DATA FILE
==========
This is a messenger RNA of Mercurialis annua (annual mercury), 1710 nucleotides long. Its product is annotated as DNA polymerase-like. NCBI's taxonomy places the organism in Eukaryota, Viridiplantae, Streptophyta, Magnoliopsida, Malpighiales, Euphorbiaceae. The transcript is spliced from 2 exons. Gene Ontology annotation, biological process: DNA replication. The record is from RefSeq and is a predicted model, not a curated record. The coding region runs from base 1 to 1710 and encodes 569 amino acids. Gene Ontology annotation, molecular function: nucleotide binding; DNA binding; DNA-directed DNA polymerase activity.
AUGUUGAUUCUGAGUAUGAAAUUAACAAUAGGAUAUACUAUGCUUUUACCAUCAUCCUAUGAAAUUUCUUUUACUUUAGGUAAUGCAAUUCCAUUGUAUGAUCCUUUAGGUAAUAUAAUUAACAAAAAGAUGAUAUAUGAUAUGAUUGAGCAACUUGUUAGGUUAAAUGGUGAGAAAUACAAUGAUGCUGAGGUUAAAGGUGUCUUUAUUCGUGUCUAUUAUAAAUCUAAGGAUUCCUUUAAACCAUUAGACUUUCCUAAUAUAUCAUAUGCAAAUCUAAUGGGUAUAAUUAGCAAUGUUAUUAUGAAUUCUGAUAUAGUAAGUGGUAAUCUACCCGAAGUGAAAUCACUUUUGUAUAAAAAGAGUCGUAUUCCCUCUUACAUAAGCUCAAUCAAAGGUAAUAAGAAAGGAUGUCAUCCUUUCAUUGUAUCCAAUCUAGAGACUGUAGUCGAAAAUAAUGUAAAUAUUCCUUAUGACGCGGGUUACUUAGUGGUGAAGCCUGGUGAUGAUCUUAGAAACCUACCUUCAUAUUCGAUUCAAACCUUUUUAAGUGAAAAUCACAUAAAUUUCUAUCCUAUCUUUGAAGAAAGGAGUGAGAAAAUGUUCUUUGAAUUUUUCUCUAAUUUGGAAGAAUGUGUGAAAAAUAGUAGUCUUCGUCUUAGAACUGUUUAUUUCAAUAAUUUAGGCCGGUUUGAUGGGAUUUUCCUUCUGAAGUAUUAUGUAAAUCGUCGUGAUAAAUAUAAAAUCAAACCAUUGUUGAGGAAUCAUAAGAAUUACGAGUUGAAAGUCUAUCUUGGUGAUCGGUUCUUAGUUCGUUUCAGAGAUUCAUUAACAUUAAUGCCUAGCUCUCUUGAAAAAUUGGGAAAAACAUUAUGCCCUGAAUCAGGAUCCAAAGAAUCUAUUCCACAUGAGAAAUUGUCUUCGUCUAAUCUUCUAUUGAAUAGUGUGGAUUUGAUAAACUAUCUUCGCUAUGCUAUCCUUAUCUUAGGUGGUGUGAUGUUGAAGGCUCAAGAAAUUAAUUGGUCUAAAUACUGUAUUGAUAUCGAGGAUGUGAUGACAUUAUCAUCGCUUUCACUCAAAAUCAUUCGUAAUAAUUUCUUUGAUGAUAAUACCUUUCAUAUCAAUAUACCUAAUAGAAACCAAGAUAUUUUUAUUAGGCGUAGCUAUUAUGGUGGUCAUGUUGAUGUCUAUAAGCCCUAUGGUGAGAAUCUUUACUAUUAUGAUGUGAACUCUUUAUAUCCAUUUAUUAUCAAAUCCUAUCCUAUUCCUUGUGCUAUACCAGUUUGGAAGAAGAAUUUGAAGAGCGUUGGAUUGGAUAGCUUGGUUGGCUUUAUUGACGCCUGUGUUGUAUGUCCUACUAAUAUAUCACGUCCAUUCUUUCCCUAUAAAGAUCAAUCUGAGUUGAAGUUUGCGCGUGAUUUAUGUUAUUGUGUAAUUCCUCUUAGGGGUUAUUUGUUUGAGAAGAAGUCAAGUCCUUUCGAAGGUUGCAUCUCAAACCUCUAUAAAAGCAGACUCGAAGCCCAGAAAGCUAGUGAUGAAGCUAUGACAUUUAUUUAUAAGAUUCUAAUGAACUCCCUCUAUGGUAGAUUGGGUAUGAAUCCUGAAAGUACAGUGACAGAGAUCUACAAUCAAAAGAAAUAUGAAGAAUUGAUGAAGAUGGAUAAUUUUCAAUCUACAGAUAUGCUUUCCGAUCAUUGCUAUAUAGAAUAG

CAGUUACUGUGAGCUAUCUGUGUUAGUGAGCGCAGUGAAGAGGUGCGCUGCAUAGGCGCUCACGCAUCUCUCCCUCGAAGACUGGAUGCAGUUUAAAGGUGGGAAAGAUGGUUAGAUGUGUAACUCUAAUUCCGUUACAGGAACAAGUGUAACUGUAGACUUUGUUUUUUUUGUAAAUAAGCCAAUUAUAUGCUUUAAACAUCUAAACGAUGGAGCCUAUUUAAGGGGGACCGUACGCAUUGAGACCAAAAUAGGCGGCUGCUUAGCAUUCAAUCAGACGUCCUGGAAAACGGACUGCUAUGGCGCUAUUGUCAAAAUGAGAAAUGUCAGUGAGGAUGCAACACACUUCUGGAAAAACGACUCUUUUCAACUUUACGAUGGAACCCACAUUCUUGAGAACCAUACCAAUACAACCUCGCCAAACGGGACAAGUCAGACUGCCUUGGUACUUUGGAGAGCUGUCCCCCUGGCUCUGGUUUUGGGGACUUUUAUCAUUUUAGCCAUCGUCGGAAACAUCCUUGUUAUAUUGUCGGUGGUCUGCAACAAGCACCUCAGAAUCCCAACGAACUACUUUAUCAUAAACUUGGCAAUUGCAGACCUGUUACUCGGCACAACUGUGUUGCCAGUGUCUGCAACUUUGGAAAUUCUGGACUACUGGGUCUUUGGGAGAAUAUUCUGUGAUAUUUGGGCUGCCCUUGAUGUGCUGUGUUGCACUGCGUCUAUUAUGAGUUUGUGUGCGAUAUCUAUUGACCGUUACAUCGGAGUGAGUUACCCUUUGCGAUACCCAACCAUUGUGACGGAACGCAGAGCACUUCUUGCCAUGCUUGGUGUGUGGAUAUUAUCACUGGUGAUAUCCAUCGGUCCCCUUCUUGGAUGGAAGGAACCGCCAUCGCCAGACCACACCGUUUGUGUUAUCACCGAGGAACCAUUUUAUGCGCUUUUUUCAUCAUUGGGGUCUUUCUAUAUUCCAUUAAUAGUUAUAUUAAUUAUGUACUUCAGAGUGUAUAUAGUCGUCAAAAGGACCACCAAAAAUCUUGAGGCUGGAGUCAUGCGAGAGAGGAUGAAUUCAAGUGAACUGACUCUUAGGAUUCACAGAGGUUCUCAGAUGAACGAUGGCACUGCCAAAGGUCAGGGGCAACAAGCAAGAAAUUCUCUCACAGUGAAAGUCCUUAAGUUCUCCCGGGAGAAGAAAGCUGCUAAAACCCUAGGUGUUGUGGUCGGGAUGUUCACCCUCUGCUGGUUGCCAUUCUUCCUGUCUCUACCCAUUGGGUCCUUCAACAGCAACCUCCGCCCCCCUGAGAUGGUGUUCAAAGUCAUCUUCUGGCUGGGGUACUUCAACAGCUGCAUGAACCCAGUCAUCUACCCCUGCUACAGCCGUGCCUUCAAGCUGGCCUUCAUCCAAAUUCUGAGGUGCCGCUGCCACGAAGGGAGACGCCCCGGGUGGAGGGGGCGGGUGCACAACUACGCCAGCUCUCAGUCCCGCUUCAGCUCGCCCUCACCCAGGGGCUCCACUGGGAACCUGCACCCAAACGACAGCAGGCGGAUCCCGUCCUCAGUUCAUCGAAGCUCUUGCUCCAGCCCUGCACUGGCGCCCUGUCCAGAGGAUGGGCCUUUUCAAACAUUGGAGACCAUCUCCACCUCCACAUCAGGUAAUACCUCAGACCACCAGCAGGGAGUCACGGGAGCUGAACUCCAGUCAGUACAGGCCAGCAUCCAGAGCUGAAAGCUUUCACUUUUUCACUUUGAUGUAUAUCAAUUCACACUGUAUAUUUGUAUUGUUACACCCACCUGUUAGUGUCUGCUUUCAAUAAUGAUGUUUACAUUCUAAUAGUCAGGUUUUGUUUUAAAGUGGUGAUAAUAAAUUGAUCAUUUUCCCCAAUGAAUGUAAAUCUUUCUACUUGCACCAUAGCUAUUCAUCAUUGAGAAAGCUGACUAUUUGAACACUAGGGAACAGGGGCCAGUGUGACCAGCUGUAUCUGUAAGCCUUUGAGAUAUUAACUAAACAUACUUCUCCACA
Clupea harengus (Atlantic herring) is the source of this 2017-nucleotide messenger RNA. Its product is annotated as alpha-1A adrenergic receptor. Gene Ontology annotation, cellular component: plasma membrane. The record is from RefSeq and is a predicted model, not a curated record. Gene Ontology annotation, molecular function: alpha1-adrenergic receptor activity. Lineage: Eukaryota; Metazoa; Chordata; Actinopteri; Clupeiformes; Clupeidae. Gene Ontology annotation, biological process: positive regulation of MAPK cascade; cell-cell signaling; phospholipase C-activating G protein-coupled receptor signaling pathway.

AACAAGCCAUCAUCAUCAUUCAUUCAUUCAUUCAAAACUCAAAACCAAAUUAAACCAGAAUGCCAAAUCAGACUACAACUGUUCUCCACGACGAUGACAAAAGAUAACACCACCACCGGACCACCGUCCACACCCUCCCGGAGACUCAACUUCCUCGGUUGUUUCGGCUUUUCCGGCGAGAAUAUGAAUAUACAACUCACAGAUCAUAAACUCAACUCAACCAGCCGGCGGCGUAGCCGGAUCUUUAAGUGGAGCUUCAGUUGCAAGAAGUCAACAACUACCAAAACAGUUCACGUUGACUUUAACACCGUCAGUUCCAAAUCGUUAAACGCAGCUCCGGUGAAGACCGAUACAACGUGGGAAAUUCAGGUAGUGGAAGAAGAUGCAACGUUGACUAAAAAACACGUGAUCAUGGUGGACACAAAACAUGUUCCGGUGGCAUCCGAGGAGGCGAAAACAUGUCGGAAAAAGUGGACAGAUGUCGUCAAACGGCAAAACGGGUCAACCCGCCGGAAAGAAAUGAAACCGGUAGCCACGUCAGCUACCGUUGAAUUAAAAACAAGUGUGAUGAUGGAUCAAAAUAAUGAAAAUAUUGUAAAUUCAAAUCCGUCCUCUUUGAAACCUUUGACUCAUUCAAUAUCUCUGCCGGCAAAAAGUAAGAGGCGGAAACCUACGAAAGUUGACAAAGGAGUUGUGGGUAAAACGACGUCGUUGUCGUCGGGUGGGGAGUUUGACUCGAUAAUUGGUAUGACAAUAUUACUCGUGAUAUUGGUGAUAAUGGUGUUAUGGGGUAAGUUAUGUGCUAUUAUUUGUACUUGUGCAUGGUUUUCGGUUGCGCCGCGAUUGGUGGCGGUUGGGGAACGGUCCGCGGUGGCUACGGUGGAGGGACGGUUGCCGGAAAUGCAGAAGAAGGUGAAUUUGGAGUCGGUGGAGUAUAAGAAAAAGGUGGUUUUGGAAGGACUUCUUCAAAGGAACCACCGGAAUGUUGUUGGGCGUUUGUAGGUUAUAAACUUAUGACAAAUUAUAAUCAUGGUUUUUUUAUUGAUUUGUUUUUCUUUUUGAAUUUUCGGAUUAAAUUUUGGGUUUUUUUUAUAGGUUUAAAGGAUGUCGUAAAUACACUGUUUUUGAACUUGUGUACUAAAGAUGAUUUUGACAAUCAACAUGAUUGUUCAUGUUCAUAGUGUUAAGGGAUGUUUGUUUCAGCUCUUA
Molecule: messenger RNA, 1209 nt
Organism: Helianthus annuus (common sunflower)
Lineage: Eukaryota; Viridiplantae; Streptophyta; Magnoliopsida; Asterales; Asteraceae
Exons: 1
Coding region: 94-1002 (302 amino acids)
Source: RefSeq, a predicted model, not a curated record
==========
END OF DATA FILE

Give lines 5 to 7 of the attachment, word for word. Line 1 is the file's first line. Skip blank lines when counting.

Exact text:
AACAAGCCAUCAUCAUCAUUCAUUCAUUCAUUCAAAACUCAAAACCAAAUUAAACCAGAAUGCCAAAUCAGACUACAACUGUUCUCCACGACGAUGACAAAAGAUAACACCACCACCGGACCACCGUCCACACCCUCCCGGAGACUCAACUUCCUCGGUUGUUUCGGCUUUUCCGGCGAGAAUAUGAAUAUACAACUCACAGAUCAUAAACUCAACUCAACCAGCCGGCGGCGUAGCCGGAUCUUUAAGUGGAGCUUCAGUUGCAAGAAGUCAACAACUACCAAAACAGUUCACGUUGACUUUAACACCGUCAGUUCCAAAUCGUUAAACGCAGCUCCGGUGAAGACCGAUACAACGUGGGAAAUUCAGGUAGUGGAAGAAGAUGCAACGUUGACUAAAAAACACGUGAUCAUGGUGGACACAAAACAUGUUCCGGUGGCAUCCGAGGAGGCGAAAACAUGUCGGAAAAAGUGGACAGAUGUCGUCAAACGGCAAAACGGGUCAACCCGCCGGAAAGAAAUGAAACCGGUAGCCACGUCAGCUACCGUUGAAUUAAAAACAAGUGUGAUGAUGGAUCAAAAUAAUGAAAAUAUUGUAAAUUCAAAUCCGUCCUCUUUGAAACCUUUGACUCAUUCAAUAUCUCUGCCGGCAAAAAGUAAGAGGCGGAAACCUACGAAAGUUGACAAAGGAGUUGUGGGUAAAACGACGUCGUUGUCGUCGGGUGGGGAGUUUGACUCGAUAAUUGGUAUGACAAUAUUACUCGUGAUAUUGGUGAUAAUGGUGUUAUGGGGUAAGUUAUGUGCUAUUAUUUGUACUUGUGCAUGGUUUUCGGUUGCGCCGCGAUUGGUGGCGGUUGGGGAACGGUCCGCGGUGGCUACGGUGGAGGGACGGUUGCCGGAAAUGCAGAAGAAGGUGAAUUUGGAGUCGGUGGAGUAUAAGAAAAAGGUGGUUUUGGAAGGACUUCUUCAAAGGAACCACCGGAAUGUUGUUGGGCGUUUGUAGGUUAUAAACUUAUGACAAAUUAUAAUCAUGGUUUUUUUAUUGAUUUGUUUUUCUUUUUGAAUUUUCGGAUUAAAUUUUGGGUUUUUUUUAUAGGUUUAAAGGAUGUCGUAAAUACACUGUUUUUGAACUUGUGUACUAAAGAUGAUUUUGACAAUCAACAUGAUUGUUCAUGUUCAUAGUGUUAAGGGAUGUUUGUUUCAGCUCUUA
Molecule: messenger RNA, 1209 nt
Organism: Helianthus annuus (common sunflower)